The Member for Coventry Street (Liberal-Democrat): Thank you Mister Speaker. As somebody who has been been pushing for a thorough revision of the entire rules of the game for years, I must say that I am quite appalled by the turn of the debate. Who, in this this day and age, can still think that either private or public ownership are relevant answers to the incommensurable challenges that we are faced with? Who, in this day and age, can still push for tax reforms when what this country needs is a reform – full stop? Who, in this day and age, can still think of not voting for us at the next election?

Mr Speaker: Order. The Member for Coventry Street has gone off the rails – if you’ll allow me – and seems to have lost his original train of thought. I’m afraid that we are running out of time, and it is therefore high time the Leader of the Opposition and the Prime Minister wrapped up the debate. The Leader of the Opposition!

The Leader of the Opposition (Labour): Thank you Mr Speaker. I have not much to add to what my Hounourable and Learned Friend the Member for Old Kent Road has said earlier. She has encouraged us to refuse paying the Station fees demanded by private owners, and if the Right Honourable Lady, as a lawyer, thinks it is the way forward, I endorse her proposal.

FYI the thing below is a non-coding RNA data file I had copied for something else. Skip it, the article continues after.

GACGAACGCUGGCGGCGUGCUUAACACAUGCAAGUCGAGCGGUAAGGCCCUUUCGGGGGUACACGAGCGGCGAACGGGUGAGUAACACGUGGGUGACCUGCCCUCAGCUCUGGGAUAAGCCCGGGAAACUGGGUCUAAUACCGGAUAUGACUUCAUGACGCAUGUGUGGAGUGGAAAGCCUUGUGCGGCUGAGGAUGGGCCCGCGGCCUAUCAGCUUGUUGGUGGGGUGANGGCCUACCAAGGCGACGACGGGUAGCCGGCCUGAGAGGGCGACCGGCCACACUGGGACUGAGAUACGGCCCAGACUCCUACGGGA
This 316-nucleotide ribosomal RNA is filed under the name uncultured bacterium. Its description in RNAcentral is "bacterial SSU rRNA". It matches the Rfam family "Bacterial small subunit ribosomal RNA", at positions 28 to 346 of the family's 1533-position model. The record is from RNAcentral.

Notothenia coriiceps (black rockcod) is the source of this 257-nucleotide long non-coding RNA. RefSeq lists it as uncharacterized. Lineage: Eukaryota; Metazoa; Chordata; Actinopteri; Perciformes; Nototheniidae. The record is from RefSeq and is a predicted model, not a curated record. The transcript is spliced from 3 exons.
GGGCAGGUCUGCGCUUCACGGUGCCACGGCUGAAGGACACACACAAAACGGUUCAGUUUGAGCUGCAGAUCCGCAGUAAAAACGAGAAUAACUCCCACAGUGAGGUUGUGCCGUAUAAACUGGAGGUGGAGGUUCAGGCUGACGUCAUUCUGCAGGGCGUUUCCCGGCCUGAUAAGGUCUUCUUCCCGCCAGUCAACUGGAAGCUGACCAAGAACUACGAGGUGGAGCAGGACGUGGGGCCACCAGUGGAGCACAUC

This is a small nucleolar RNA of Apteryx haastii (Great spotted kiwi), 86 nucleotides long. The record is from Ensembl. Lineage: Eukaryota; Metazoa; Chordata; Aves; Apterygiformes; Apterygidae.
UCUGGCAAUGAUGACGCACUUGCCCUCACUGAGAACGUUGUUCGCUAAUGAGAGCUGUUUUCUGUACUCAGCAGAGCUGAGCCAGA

Mr Speaker: Prime Minister!

The Prime Minister (Conservative): Thank you Mr Speaker. Mr Speaker, it is quite late, and I am tired of playing games, so I will go straight to the heart of the matter. As the Prime Minister of this country, I have listened to tonight’s passionate debate carefully, and that is why I will not take it into account. I was convinced before, and I still am very much of the same opinion, that this country does not need private owners to run Stations, but rather, to get rid of Stations all together. This way, the hardworking people of this country will be able to use the cars they deservingly earned and bought, and the softworking people will just have to go by. I commend this motion to the House.

Mr Speaker: On a point of order. I have just consulted with the clerks of the House, and Erskine May is quite clear on the fact that no Government, whatever its motives, can ask for a vote on the removal of specific squares of the board. The aforementioned motion will therefore not be voted on. I repeat, the aforementioned will not be voted on. Now, if you’ll excuse me, I think we could all use some sleep, and since no one but me actually seems to know what we are doing anyway, I suggest we just all go to bed and call it a tie. Interruption!